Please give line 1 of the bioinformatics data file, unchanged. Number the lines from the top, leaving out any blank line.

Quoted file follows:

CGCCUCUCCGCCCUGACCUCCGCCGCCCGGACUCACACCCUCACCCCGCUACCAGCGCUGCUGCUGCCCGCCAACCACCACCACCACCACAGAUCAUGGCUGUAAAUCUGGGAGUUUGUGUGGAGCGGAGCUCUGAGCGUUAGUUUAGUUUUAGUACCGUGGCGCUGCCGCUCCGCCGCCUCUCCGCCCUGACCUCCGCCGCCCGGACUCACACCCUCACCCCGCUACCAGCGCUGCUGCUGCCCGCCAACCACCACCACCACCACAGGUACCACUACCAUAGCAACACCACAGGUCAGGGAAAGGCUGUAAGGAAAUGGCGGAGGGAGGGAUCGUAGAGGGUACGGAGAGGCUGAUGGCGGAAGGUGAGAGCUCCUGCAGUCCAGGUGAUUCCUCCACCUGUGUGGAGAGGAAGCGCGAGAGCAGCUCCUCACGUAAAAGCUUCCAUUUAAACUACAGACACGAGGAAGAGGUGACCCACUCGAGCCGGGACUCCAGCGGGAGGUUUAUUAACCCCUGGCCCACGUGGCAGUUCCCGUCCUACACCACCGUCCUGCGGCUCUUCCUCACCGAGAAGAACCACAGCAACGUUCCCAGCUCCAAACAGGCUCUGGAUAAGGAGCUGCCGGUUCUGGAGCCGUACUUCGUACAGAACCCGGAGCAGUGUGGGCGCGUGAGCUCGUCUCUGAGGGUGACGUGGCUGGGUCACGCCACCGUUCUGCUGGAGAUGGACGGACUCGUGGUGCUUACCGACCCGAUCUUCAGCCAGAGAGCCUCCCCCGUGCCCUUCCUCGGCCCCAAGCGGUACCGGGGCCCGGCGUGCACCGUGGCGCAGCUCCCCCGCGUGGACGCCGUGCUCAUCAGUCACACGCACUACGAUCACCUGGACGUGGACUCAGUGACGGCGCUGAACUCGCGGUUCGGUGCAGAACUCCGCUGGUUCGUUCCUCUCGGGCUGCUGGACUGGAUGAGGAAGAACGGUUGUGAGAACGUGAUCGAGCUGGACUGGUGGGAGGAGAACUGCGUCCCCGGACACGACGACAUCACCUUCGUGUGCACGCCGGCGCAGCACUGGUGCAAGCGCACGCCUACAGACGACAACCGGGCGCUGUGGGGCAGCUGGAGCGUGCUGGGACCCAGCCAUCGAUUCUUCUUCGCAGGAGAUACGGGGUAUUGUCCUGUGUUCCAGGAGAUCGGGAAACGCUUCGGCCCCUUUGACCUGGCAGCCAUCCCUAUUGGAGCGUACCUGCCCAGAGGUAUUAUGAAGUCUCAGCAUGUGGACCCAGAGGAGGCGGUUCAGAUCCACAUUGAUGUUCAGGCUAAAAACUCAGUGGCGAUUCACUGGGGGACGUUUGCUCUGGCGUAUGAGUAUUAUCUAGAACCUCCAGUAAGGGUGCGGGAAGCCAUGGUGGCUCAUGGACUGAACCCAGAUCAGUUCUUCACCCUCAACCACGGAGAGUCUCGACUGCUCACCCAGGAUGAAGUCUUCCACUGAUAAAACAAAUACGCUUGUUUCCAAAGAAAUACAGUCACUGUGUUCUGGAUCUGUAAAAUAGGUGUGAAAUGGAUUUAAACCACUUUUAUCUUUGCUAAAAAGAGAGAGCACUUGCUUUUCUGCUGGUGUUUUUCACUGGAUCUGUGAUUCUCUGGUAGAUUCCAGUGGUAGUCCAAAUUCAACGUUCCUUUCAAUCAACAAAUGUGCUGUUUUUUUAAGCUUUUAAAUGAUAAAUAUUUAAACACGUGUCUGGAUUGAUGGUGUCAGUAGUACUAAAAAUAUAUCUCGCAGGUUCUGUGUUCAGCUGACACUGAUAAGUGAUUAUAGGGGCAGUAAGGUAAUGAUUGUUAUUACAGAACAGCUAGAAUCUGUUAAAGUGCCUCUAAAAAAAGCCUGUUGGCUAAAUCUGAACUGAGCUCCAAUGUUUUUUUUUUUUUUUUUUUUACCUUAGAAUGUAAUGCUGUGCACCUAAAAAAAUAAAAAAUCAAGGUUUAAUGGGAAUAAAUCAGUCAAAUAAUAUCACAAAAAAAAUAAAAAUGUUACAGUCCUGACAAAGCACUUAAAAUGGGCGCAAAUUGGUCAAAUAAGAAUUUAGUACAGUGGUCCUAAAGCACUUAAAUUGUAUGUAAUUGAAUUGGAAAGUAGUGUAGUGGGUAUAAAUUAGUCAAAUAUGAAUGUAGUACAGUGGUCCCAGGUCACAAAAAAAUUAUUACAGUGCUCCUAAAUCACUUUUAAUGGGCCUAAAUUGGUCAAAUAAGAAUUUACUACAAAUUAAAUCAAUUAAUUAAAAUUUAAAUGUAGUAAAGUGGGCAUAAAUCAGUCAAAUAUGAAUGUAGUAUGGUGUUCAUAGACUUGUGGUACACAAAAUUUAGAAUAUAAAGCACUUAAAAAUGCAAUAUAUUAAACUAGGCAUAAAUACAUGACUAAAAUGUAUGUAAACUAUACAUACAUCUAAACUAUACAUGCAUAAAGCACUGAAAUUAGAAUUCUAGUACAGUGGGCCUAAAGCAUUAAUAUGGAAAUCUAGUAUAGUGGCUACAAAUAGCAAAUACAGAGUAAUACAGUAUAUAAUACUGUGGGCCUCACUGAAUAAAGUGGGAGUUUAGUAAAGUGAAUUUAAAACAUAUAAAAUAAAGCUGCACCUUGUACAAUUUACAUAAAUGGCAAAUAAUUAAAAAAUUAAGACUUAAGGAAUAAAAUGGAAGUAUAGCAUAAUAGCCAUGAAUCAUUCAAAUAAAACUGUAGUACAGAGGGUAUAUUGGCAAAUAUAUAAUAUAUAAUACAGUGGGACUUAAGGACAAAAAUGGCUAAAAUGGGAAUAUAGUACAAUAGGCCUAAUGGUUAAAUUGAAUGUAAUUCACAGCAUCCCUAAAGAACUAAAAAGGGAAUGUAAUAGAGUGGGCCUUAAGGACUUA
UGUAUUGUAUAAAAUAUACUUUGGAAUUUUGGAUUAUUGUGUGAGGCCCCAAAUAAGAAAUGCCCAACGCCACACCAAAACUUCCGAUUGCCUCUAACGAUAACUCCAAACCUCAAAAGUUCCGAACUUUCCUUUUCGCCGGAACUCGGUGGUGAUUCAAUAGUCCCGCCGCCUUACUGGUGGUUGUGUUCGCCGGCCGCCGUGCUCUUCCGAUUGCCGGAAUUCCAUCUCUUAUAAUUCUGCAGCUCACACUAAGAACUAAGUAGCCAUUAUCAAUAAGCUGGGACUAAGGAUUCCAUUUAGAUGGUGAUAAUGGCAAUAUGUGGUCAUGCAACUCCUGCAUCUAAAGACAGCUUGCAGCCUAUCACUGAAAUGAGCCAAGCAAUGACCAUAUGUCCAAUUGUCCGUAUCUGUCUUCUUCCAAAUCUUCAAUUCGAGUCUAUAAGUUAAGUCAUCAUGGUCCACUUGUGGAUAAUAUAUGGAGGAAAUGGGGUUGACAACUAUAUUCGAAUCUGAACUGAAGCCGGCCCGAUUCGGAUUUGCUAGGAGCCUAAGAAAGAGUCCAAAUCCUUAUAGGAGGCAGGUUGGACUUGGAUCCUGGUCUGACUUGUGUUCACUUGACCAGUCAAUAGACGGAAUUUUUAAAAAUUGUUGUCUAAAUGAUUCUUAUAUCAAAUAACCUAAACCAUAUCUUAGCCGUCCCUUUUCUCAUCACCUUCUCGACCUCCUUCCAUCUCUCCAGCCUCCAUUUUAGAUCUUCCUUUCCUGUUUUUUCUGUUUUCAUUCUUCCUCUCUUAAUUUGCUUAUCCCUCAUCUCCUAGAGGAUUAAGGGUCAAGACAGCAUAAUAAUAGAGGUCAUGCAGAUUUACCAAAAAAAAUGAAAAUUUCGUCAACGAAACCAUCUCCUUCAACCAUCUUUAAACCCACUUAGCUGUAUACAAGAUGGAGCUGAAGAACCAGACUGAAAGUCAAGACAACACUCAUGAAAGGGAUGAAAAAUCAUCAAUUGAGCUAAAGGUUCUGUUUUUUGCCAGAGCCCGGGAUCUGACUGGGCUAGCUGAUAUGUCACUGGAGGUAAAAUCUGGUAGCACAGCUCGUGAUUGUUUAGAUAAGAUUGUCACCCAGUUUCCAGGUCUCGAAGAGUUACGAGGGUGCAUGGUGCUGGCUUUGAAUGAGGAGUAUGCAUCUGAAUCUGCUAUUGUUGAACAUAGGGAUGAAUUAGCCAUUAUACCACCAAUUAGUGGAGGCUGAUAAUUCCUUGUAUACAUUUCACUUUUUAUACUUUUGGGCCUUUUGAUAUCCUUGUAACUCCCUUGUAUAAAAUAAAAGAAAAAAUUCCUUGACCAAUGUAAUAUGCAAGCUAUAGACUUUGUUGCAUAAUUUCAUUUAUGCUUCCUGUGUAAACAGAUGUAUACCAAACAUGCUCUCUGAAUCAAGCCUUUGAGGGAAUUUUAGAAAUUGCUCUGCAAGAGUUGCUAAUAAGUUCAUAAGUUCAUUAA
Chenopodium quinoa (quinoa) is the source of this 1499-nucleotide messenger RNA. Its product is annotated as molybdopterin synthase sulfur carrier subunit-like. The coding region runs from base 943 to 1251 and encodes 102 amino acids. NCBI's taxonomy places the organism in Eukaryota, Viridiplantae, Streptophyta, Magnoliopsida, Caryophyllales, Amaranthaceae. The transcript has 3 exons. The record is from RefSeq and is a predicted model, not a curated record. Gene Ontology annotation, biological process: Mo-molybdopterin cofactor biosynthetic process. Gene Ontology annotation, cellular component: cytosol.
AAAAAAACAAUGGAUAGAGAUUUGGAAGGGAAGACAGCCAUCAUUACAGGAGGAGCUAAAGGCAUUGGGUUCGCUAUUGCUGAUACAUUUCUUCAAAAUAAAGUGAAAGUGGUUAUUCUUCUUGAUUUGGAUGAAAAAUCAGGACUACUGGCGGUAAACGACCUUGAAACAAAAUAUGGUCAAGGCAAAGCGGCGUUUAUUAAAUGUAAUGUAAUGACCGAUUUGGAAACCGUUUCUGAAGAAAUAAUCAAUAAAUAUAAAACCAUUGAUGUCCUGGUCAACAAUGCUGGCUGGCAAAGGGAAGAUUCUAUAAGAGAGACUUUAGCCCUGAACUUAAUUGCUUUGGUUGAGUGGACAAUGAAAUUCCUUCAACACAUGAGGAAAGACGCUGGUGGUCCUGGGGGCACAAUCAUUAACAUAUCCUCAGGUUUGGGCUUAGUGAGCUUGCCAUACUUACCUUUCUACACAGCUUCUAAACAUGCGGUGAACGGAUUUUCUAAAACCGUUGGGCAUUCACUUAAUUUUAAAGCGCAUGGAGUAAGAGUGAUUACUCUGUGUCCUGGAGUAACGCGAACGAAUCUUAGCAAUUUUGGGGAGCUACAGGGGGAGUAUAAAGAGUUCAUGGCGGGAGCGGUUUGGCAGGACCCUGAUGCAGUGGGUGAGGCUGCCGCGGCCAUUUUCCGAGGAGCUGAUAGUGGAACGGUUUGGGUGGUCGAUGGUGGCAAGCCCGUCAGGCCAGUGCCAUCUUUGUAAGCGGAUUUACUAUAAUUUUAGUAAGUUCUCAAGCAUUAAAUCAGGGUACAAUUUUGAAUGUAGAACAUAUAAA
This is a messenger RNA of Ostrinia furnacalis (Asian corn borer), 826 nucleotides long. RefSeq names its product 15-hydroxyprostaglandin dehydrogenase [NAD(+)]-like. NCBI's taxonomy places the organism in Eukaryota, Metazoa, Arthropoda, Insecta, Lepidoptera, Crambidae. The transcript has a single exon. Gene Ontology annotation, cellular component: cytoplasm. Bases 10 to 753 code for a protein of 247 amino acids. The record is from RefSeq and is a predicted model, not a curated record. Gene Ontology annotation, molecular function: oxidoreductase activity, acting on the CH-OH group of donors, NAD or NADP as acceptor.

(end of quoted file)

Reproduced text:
CGCCUCUCCGCCCUGACCUCCGCCGCCCGGACUCACACCCUCACCCCGCUACCAGCGCUGCUGCUGCCCGCCAACCACCACCACCACCACAGAUCAUGGCUGUAAAUCUGGGAGUUUGUGUGGAGCGGAGCUCUGAGCGUUAGUUUAGUUUUAGUACCGUGGCGCUGCCGCUCCGCCGCCUCUCCGCCCUGACCUCCGCCGCCCGGACUCACACCCUCACCCCGCUACCAGCGCUGCUGCUGCCCGCCAACCACCACCACCACCACAGGUACCACUACCAUAGCAACACCACAGGUCAGGGAAAGGCUGUAAGGAAAUGGCGGAGGGAGGGAUCGUAGAGGGUACGGAGAGGCUGAUGGCGGAAGGUGAGAGCUCCUGCAGUCCAGGUGAUUCCUCCACCUGUGUGGAGAGGAAGCGCGAGAGCAGCUCCUCACGUAAAAGCUUCCAUUUAAACUACAGACACGAGGAAGAGGUGACCCACUCGAGCCGGGACUCCAGCGGGAGGUUUAUUAACCCCUGGCCCACGUGGCAGUUCCCGUCCUACACCACCGUCCUGCGGCUCUUCCUCACCGAGAAGAACCACAGCAACGUUCCCAGCUCCAAACAGGCUCUGGAUAAGGAGCUGCCGGUUCUGGAGCCGUACUUCGUACAGAACCCGGAGCAGUGUGGGCGCGUGAGCUCGUCUCUGAGGGUGACGUGGCUGGGUCACGCCACCGUUCUGCUGGAGAUGGACGGACUCGUGGUGCUUACCGACCCGAUCUUCAGCCAGAGAGCCUCCCCCGUGCCCUUCCUCGGCCCCAAGCGGUACCGGGGCCCGGCGUGCACCGUGGCGCAGCUCCCCCGCGUGGACGCCGUGCUCAUCAGUCACACGCACUACGAUCACCUGGACGUGGACUCAGUGACGGCGCUGAACUCGCGGUUCGGUGCAGAACUCCGCUGGUUCGUUCCUCUCGGGCUGCUGGACUGGAUGAGGAAGAACGGUUGUGAGAACGUGAUCGAGCUGGACUGGUGGGAGGAGAACUGCGUCCCCGGACACGACGACAUCACCUUCGUGUGCACGCCGGCGCAGCACUGGUGCAAGCGCACGCCUACAGACGACAACCGGGCGCUGUGGGGCAGCUGGAGCGUGCUGGGACCCAGCCAUCGAUUCUUCUUCGCAGGAGAUACGGGGUAUUGUCCUGUGUUCCAGGAGAUCGGGAAACGCUUCGGCCCCUUUGACCUGGCAGCCAUCCCUAUUGGAGCGUACCUGCCCAGAGGUAUUAUGAAGUCUCAGCAUGUGGACCCAGAGGAGGCGGUUCAGAUCCACAUUGAUGUUCAGGCUAAAAACUCAGUGGCGAUUCACUGGGGGACGUUUGCUCUGGCGUAUGAGUAUUAUCUAGAACCUCCAGUAAGGGUGCGGGAAGCCAUGGUGGCUCAUGGACUGAACCCAGAUCAGUUCUUCACCCUCAACCACGGAGAGUCUCGACUGCUCACCCAGGAUGAAGUCUUCCACUGAUAAAACAAAUACGCUUGUUUCCAAAGAAAUACAGUCACUGUGUUCUGGAUCUGUAAAAUAGGUGUGAAAUGGAUUUAAACCACUUUUAUCUUUGCUAAAAAGAGAGAGCACUUGCUUUUCUGCUGGUGUUUUUCACUGGAUCUGUGAUUCUCUGGUAGAUUCCAGUGGUAGUCCAAAUUCAACGUUCCUUUCAAUCAACAAAUGUGCUGUUUUUUUAAGCUUUUAAAUGAUAAAUAUUUAAACACGUGUCUGGAUUGAUGGUGUCAGUAGUACUAAAAAUAUAUCUCGCAGGUUCUGUGUUCAGCUGACACUGAUAAGUGAUUAUAGGGGCAGUAAGGUAAUGAUUGUUAUUACAGAACAGCUAGAAUCUGUUAAAGUGCCUCUAAAAAAAGCCUGUUGGCUAAAUCUGAACUGAGCUCCAAUGUUUUUUUUUUUUUUUUUUUUACCUUAGAAUGUAAUGCUGUGCACCUAAAAAAAUAAAAAAUCAAGGUUUAAUGGGAAUAAAUCAGUCAAAUAAUAUCACAAAAAAAAUAAAAAUGUUACAGUCCUGACAAAGCACUUAAAAUGGGCGCAAAUUGGUCAAAUAAGAAUUUAGUACAGUGGUCCUAAAGCACUUAAAUUGUAUGUAAUUGAAUUGGAAAGUAGUGUAGUGGGUAUAAAUUAGUCAAAUAUGAAUGUAGUACAGUGGUCCCAGGUCACAAAAAAAUUAUUACAGUGCUCCUAAAUCACUUUUAAUGGGCCUAAAUUGGUCAAAUAAGAAUUUACUACAAAUUAAAUCAAUUAAUUAAAAUUUAAAUGUAGUAAAGUGGGCAUAAAUCAGUCAAAUAUGAAUGUAGUAUGGUGUUCAUAGACUUGUGGUACACAAAAUUUAGAAUAUAAAGCACUUAAAAAUGCAAUAUAUUAAACUAGGCAUAAAUACAUGACUAAAAUGUAUGUAAACUAUACAUACAUCUAAACUAUACAUGCAUAAAGCACUGAAAUUAGAAUUCUAGUACAGUGGGCCUAAAGCAUUAAUAUGGAAAUCUAGUAUAGUGGCUACAAAUAGCAAAUACAGAGUAAUACAGUAUAUAAUACUGUGGGCCUCACUGAAUAAAGUGGGAGUUUAGUAAAGUGAAUUUAAAACAUAUAAAAUAAAGCUGCACCUUGUACAAUUUACAUAAAUGGCAAAUAAUUAAAAAAUUAAGACUUAAGGAAUAAAAUGGAAGUAUAGCAUAAUAGCCAUGAAUCAUUCAAAUAAAACUGUAGUACAGAGGGUAUAUUGGCAAAUAUAUAAUAUAUAAUACAGUGGGACUUAAGGACAAAAAUGGCUAAAAUGGGAAUAUAGUACAAUAGGCCUAAUGGUUAAAUUGAAUGUAAUUCACAGCAUCCCUAAAGAACUAAAAAGGGAAUGUAAUAGAGUGGGCCUUAAGGACUUA